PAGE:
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Is there a way to change the name of a gist (github) ?, apparently it is ordering the files of the gist in alphabetical order, an naming the gist according to the file that appears first.

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  • 1
    So is it not possible to rename the gist?
    – user31986
    Commented Jan 5, 2016 at 10:47
  • I just created a github community feedback asking to be able to change the gist title at will. If you are interested, make sure to upvote it. Here it is: github.com/orgs/community/discussions/86555
    – Adrian
    Commented Jan 11 at 4:05

9 Answers 9

86

Even better, you can add a file with a leading space in its name. It's virtually invisible and gives you more freedom when choosing the title and names for the files: enter image description here

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  • 4
    Also, in lieu of adding a space to the file to want to be first, you can add a tilde ~ to every file you want to be last. Commented Jul 24, 2014 at 4:08
  • 82
    Why doesn't the name just use the title/description you have to type? Absolutely absurd the way it uses the file name. Commented Oct 7, 2014 at 20:49
  • 11
    How strange: editing the gist appears to strip the leading space from filenames. If you are using this strategy to add a "header file" to your gists, be sure to re-add that leading space every time that you edit. Commented Nov 18, 2014 at 16:57
  • 1
    I've now experimented with this for a bit and found I like leading dots . the best, possibly because I'm already used to seeing files with them. I use leading underscores (as mentioned by @Cedric) on my file system but noticed that for some reason, gist files with a leading _ move below names starting with a capital letter once in edit mode...
    – Kay
    Commented Dec 4, 2015 at 16:32
  • 1
    I'm finding today that the editing GUI will still strip out leading spaces now regardless of trying to make sure they're in there, but ... pushes up from a git clone of the gist will still respect them at the beginning of filenames, so this hack still kinda works, but fragile (limits editing to git clone pushes, and subject to GitHub's whims for potential future changes again). Commented Feb 13, 2021 at 20:19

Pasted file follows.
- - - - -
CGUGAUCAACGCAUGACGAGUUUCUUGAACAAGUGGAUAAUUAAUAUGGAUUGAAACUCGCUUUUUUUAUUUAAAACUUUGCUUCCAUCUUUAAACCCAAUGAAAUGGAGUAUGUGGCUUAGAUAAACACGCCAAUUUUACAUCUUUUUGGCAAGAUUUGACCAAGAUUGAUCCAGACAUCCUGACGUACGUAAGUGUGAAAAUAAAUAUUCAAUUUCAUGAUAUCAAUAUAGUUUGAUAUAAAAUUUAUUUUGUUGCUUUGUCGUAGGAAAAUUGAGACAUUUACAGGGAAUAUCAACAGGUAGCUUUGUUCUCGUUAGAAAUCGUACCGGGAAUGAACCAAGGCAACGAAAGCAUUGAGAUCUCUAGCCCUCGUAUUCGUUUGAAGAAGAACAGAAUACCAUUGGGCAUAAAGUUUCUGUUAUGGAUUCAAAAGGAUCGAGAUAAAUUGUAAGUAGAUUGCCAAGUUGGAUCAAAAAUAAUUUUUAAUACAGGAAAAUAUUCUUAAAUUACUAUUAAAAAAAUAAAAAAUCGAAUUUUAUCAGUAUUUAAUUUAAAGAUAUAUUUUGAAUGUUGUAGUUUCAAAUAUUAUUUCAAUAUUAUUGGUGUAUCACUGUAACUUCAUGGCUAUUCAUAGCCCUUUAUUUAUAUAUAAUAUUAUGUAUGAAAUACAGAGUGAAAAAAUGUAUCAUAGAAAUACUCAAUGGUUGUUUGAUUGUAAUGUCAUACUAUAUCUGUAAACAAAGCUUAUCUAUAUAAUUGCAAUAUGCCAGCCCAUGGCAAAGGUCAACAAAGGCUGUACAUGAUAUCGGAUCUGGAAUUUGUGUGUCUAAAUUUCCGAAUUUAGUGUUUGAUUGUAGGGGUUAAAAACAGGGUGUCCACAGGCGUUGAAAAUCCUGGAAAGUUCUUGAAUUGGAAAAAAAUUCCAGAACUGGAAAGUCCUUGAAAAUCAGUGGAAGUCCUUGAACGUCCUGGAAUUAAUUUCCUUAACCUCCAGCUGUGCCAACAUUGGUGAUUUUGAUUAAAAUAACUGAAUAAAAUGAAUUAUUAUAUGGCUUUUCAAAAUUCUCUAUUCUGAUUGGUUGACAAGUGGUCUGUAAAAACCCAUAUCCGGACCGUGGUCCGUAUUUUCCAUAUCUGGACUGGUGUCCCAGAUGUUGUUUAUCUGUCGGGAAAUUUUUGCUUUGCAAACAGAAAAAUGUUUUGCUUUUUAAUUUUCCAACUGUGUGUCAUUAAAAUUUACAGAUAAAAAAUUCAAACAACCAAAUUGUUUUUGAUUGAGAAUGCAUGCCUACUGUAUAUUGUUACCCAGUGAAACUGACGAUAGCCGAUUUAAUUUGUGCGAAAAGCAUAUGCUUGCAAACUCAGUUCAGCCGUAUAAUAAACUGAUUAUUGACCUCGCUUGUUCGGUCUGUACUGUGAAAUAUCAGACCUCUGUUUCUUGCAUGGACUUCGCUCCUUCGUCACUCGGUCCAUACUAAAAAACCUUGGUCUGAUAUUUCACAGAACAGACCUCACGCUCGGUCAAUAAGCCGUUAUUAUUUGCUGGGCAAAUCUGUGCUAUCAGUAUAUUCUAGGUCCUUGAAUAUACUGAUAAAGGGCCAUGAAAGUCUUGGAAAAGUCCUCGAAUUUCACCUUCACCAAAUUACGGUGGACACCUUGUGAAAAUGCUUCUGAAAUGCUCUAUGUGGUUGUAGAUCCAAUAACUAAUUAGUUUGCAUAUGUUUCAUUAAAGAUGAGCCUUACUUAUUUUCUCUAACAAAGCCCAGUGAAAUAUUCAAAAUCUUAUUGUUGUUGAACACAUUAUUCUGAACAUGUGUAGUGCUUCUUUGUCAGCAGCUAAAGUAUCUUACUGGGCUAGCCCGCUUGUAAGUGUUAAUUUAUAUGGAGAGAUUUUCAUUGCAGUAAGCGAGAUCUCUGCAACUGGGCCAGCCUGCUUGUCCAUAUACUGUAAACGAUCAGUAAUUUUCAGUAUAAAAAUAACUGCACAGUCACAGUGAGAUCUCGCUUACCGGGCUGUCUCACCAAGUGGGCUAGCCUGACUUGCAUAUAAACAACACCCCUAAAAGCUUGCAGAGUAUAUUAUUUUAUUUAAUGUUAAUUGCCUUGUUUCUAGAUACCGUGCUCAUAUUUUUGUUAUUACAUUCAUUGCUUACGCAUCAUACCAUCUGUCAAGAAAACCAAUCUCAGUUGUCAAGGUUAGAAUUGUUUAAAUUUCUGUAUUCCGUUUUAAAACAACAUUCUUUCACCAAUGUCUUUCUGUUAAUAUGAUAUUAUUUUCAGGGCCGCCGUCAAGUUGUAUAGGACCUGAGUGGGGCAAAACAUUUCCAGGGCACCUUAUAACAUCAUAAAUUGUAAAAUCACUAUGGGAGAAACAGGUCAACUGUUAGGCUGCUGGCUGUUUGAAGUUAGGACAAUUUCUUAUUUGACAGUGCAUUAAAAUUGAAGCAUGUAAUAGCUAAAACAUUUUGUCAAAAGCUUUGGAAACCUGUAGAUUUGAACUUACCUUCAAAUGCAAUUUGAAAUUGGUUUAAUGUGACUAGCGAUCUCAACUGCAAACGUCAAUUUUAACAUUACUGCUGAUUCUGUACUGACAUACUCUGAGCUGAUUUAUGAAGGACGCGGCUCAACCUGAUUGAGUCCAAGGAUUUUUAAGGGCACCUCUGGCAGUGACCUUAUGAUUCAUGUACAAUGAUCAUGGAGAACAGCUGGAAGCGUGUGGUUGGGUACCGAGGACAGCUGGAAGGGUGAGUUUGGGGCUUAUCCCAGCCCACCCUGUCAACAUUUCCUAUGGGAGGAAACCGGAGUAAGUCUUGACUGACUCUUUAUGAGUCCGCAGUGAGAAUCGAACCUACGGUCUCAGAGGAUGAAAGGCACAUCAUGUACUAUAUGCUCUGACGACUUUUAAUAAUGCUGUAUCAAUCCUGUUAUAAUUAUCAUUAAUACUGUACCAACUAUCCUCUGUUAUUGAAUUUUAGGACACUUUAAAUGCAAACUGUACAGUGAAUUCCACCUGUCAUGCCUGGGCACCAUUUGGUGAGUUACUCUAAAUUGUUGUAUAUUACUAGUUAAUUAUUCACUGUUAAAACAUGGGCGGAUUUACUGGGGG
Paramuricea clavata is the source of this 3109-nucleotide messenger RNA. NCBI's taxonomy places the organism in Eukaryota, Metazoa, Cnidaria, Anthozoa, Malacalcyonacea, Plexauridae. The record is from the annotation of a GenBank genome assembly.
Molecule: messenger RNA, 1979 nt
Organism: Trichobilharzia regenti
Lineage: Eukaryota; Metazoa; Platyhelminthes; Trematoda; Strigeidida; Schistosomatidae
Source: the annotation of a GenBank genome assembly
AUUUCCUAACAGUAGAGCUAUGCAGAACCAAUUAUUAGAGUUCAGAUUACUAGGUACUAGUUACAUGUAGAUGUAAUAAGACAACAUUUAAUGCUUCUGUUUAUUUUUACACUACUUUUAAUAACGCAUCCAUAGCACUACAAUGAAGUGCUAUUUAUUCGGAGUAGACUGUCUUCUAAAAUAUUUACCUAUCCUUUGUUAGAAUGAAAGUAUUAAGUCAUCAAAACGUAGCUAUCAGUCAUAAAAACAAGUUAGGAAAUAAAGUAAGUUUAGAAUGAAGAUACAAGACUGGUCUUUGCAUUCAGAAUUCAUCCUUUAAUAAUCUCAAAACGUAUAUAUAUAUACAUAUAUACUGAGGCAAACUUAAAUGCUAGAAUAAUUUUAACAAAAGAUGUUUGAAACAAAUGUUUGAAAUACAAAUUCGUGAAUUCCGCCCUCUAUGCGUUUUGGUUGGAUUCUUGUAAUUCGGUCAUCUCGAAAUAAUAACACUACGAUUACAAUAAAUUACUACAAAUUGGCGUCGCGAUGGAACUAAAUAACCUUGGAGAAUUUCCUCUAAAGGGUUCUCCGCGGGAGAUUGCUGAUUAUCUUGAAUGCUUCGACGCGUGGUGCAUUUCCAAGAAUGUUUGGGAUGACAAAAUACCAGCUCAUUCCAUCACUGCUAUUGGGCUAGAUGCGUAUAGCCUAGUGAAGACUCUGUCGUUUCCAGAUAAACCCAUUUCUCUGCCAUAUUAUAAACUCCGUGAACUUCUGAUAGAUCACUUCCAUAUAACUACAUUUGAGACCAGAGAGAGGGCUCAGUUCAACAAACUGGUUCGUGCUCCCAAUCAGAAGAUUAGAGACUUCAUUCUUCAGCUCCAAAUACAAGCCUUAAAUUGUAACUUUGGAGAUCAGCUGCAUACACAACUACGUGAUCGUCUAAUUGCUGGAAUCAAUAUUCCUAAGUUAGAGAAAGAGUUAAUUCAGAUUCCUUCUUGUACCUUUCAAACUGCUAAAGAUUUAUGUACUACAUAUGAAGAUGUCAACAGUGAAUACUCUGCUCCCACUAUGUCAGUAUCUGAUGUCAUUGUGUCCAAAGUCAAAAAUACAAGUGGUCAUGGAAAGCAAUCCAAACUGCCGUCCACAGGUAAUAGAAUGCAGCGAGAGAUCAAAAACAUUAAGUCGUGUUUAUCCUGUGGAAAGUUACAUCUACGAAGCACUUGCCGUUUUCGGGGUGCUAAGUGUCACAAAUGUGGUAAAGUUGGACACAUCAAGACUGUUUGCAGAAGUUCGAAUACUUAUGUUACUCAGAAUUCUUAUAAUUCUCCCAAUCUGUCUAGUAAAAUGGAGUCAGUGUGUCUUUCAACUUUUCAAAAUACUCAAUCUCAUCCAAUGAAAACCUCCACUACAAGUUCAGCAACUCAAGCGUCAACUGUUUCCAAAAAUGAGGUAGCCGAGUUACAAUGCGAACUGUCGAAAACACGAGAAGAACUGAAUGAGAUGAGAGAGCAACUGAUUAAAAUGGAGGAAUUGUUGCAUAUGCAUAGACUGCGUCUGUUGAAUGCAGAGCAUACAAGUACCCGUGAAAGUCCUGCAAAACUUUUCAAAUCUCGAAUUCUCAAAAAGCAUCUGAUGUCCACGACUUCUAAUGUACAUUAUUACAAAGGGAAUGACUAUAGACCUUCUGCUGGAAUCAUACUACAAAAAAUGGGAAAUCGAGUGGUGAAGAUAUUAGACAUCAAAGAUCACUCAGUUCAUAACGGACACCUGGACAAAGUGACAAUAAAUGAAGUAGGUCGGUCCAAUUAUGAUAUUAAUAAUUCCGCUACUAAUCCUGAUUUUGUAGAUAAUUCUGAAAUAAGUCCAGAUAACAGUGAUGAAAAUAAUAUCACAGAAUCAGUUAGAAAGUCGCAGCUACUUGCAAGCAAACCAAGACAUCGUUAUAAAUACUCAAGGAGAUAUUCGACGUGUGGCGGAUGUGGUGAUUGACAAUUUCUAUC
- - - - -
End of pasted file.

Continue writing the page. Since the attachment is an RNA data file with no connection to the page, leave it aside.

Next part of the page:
58

Considering the order of files within a gist is asciibetical, you can try and add one file in uppercase.

That file will come before any other and will define the name of your gist.

Note that it won't change the url of said gist, as explained in "Namespaced Gists".

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  • This appears to no longer work, is there an updated method, or more details?
    – Drazisil
    Commented Mar 30, 2018 at 15:33
  • 1
    @Drazisil I just tested it: it does work (in my case, with a number: gist.github.com/VonC/6006076) (since numbers comes before letters, as I explained in stackoverflow.com/a/17668995/6309)
    – VonC
    Commented Mar 30, 2018 at 21:19
  • @VonC Well, huh. I swear I tried that, but I must have gone with another form. Thanks :)
    – Drazisil
    Commented Mar 31, 2018 at 23:22
  • 1
    I add a file with ".Title starting with dot" to ensure the correct one is displayed and on top.
    – shadowbq
    Commented Jan 17, 2020 at 18:18
  • As of August 2020, @ChumaUmenze has the most up to date answer, although prefixing spaces doesn't work Commented Aug 25, 2020 at 19:28
33

Currently, there's no way rename a Github gist. There's been an open issue on this (The repository has been archived since then so someone else created a Github community feedback here that you can upvote). I would suggest you add a text file to your gist. The file name should start with space ( ), a hash sign (#), an exclamation mark (!), a dollar sign ($) or an ampersand (&). You can add a long description to the body.